Sunday, April 24, 2011

A RED HERRING WITHOUT MUSTARD by Alan Bradley



A Red Herring Without Mustard was my favorite of Alan Bradley's three Flavia de Luce novels.

Set in England just after World War II, the story begins when eleven-year-old Flavia burns down a gypsy's tent.  It is a typical preteen accident. Flavia knocks over a candle as she is having her fortune told. Then she saves the gypsy. 

Flavia is both a preteen and an incredibly precocious person whose special interest is chemistry.  Her chemical knowledge fills the story and plays a part in her solution of the mystery.

The tent burning accident leads Flavia to form a friendship with the old gypsy and, later, with the old gypsy's granddaughter Porcelain.  Someone attacks the gypsy. Then a community layabout nere-do-well is killed, his body left hanging on a decrepit statue of Poseidon in the decaying garden of Flavia's ancestral home.

So the chase is on.  Flavia is determined to find out who did the killing.  Flavia's stubbornness, much stronger than determination, helps make her the memorable character she is.

Flavia's situation is much as it has been.  Her almost-impoverished upper class family is at odds with one another.  Her mother's tragic death in a skiing-hiking accident hovers over everything.

The ancestral house is decaying. The Georgian and Victorian portraits of Flavia's stiff grandparents, great grandparents, and beyond seem accusatory. The old mansion's subterranean tunnels form a major setting in the plot.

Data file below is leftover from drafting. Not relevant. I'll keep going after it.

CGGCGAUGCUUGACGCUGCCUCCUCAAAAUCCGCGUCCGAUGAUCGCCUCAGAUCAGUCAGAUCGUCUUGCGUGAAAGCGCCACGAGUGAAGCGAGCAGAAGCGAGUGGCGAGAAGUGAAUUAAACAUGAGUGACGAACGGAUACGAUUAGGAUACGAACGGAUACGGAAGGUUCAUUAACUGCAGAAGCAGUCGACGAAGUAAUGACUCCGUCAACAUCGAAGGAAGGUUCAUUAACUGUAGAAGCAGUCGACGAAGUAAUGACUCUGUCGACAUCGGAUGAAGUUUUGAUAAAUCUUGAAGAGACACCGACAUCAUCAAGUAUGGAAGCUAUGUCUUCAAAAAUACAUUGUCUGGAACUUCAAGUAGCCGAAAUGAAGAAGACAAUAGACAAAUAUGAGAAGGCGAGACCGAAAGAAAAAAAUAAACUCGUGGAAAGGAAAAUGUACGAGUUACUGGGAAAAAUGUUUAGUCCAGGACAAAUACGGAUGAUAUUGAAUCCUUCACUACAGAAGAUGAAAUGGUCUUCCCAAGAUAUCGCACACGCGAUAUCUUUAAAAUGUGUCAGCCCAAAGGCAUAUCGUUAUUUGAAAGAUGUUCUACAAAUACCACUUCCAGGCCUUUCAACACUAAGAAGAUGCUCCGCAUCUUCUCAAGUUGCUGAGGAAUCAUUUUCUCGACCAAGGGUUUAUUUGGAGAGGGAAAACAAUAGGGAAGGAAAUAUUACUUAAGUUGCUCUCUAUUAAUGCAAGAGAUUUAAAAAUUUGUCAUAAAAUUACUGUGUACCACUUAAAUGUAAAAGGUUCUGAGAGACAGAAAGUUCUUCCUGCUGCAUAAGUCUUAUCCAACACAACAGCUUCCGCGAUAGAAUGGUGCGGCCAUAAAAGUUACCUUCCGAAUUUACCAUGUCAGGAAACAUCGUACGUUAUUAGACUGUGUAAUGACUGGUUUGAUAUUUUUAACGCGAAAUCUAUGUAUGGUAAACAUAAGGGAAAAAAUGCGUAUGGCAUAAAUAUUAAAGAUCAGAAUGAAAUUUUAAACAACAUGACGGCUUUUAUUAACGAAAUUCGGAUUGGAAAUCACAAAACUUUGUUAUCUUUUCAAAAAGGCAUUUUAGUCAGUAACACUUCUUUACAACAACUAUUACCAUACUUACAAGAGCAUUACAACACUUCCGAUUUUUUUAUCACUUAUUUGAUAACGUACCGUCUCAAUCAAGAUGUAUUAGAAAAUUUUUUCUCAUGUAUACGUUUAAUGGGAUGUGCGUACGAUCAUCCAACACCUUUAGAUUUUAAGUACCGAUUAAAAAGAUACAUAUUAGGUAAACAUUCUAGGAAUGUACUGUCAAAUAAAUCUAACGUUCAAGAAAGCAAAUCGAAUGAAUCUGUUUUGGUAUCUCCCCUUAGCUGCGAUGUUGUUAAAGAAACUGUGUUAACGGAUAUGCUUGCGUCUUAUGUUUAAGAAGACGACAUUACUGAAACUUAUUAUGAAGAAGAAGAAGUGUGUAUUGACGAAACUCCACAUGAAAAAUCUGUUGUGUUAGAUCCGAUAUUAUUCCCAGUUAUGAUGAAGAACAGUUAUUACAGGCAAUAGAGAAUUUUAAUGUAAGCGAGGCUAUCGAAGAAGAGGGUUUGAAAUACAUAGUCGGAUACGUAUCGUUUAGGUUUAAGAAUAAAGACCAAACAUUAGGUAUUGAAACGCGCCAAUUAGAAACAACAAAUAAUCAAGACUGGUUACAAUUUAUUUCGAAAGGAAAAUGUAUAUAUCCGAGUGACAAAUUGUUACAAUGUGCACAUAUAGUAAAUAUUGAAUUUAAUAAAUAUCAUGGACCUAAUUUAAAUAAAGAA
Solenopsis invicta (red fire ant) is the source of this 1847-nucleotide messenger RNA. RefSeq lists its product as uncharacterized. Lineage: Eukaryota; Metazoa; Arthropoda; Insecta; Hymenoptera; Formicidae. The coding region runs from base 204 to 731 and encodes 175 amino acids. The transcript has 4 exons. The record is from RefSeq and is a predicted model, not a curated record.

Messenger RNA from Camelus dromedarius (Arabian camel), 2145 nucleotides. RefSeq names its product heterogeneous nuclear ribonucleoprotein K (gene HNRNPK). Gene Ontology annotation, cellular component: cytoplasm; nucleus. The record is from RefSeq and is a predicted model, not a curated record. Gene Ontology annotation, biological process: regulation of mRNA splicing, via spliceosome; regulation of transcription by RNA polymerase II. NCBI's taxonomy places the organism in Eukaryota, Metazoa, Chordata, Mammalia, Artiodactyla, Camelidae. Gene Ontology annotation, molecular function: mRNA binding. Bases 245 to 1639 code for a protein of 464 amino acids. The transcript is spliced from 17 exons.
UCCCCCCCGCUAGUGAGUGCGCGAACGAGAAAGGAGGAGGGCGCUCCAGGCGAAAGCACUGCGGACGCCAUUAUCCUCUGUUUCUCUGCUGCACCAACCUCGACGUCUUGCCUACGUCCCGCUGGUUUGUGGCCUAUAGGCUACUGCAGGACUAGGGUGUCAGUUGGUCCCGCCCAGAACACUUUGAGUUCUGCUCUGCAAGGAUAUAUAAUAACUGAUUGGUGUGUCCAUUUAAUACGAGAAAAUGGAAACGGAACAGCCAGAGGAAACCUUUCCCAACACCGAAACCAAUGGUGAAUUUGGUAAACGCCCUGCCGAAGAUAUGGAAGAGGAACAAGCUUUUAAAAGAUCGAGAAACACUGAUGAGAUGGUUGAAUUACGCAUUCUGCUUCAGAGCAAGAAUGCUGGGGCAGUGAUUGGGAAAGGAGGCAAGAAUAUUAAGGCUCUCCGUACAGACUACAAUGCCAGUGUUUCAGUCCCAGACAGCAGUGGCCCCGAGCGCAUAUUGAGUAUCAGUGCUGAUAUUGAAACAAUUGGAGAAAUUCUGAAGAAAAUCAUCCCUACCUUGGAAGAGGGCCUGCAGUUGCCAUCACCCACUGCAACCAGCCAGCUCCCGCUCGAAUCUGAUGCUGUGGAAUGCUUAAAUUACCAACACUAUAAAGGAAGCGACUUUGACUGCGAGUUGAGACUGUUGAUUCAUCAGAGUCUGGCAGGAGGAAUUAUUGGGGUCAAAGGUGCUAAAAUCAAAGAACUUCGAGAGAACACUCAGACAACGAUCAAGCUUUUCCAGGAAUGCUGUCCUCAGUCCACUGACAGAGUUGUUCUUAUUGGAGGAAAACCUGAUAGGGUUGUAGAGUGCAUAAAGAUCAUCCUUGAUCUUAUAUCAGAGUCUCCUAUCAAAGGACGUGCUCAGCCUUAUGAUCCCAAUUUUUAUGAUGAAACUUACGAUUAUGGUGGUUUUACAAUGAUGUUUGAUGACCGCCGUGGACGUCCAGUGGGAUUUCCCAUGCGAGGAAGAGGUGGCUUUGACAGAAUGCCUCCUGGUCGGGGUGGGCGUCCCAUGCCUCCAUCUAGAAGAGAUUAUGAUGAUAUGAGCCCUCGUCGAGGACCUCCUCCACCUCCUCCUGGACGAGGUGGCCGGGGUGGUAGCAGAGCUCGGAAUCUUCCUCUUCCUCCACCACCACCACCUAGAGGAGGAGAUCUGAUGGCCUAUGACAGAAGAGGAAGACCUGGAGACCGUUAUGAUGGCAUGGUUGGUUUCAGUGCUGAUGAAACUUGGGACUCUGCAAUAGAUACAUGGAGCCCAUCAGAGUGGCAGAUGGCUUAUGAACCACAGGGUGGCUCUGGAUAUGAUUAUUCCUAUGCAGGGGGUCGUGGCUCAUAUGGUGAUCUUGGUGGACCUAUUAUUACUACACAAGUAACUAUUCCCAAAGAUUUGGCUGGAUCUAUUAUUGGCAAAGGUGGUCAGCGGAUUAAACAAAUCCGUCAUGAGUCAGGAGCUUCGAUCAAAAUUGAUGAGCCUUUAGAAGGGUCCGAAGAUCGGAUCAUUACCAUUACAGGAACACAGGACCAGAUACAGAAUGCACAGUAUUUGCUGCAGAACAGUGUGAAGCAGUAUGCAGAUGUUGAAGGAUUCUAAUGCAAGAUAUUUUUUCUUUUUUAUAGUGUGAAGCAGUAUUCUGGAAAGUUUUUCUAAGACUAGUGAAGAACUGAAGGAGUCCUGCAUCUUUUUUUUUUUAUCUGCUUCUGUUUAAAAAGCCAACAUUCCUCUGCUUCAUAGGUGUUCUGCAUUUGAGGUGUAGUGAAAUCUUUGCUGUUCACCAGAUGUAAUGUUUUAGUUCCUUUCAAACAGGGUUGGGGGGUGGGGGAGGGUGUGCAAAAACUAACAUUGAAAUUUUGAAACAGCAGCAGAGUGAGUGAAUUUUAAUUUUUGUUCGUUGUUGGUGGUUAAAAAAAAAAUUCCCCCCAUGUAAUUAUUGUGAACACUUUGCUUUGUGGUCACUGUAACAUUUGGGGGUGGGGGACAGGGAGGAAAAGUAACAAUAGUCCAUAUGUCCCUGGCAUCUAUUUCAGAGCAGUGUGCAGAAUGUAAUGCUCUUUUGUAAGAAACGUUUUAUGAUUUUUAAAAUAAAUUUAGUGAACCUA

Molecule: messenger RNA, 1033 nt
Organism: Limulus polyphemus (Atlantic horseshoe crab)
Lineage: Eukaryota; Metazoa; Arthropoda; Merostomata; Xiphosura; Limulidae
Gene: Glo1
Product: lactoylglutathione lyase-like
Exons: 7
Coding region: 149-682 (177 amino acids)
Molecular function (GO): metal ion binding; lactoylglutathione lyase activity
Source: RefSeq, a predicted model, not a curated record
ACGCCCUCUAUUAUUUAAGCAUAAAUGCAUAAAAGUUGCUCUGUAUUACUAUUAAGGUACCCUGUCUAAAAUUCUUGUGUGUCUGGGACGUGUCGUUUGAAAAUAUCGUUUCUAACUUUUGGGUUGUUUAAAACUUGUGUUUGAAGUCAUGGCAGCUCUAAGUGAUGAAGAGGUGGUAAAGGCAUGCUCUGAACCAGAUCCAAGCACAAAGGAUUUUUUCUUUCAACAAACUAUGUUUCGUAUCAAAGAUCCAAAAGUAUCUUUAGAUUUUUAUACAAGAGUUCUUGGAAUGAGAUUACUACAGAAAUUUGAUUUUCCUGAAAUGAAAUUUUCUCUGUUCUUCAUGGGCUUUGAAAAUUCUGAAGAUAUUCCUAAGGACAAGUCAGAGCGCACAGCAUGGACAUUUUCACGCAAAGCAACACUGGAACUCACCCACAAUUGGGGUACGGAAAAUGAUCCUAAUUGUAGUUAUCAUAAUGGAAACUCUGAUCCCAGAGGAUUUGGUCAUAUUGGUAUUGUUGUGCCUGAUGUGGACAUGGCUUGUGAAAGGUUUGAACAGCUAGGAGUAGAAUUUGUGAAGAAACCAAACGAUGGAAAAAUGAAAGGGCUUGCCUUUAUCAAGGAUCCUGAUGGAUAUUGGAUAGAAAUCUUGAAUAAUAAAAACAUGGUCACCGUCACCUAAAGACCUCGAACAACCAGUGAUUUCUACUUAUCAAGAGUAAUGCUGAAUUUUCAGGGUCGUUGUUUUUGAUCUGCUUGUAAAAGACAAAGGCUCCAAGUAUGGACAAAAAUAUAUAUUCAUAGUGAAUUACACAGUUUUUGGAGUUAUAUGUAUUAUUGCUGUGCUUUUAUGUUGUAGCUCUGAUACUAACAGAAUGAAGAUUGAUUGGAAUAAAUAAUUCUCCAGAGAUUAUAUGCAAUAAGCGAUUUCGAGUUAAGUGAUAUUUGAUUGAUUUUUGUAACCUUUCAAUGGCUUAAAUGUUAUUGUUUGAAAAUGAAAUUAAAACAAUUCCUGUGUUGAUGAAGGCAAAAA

Flavia's investigation leads her to learn about an unusual religious sect, their practices, and how those practices lead, if not to murder, then to tragedy.

Flavia's sisters bully her, as usual, though they all still love each other in an odd sort of way.  Her conflicted father loves Flavia too. He respects her for her ability to get to the bottom of unusual situations.

Flavia is funny, sad, determined, and at odds with herself in the way that only a preteen/teenager could ever be. 

The story has a sense of darkness and foreboding.  At one point, Flavia says-- 

"I awakened to the roar of water on the roof tiles and in the drains--the sound of Buckshaw in the rain.

"Even before I opened my eyes, I could hear that the whole house had come alive in a way that it never did in dry weather--a deep, wet breathing in and out--as if, after a mad dash down the centuries, the tired old place had just thrown itself across the finish line.

"There would be little winds in the corridors, I knew, and sudden cold drafts would spring up in the out-of-the-way corners.  In spite of its size, Buckshaw had all the comfort of a submarine."

And about the title.  A red herring without mustard is a poor person's dish.  The title reflects both what is happening to Flavia's family, and in an even sadder way, what is happening in the rest of the story.

I enjoyed this book and especially Flavia.  Her saddness, her determination, and her overall struggles as a preteen in a changing world made this, for me, the best of Bradley's offerings so far.



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I checked this book out from our local library as an e-book.

2 comments:

Yvette said...

I liked this book a lot. Great review. I reviewed it as well. But my favorite of the series so far is still THE WEED THAT STRINGS THE HANGMAN'S BAG.

Joe Barone said...

Yvette,
Flavia is such an interesting character. I am both sad for her and proud of her.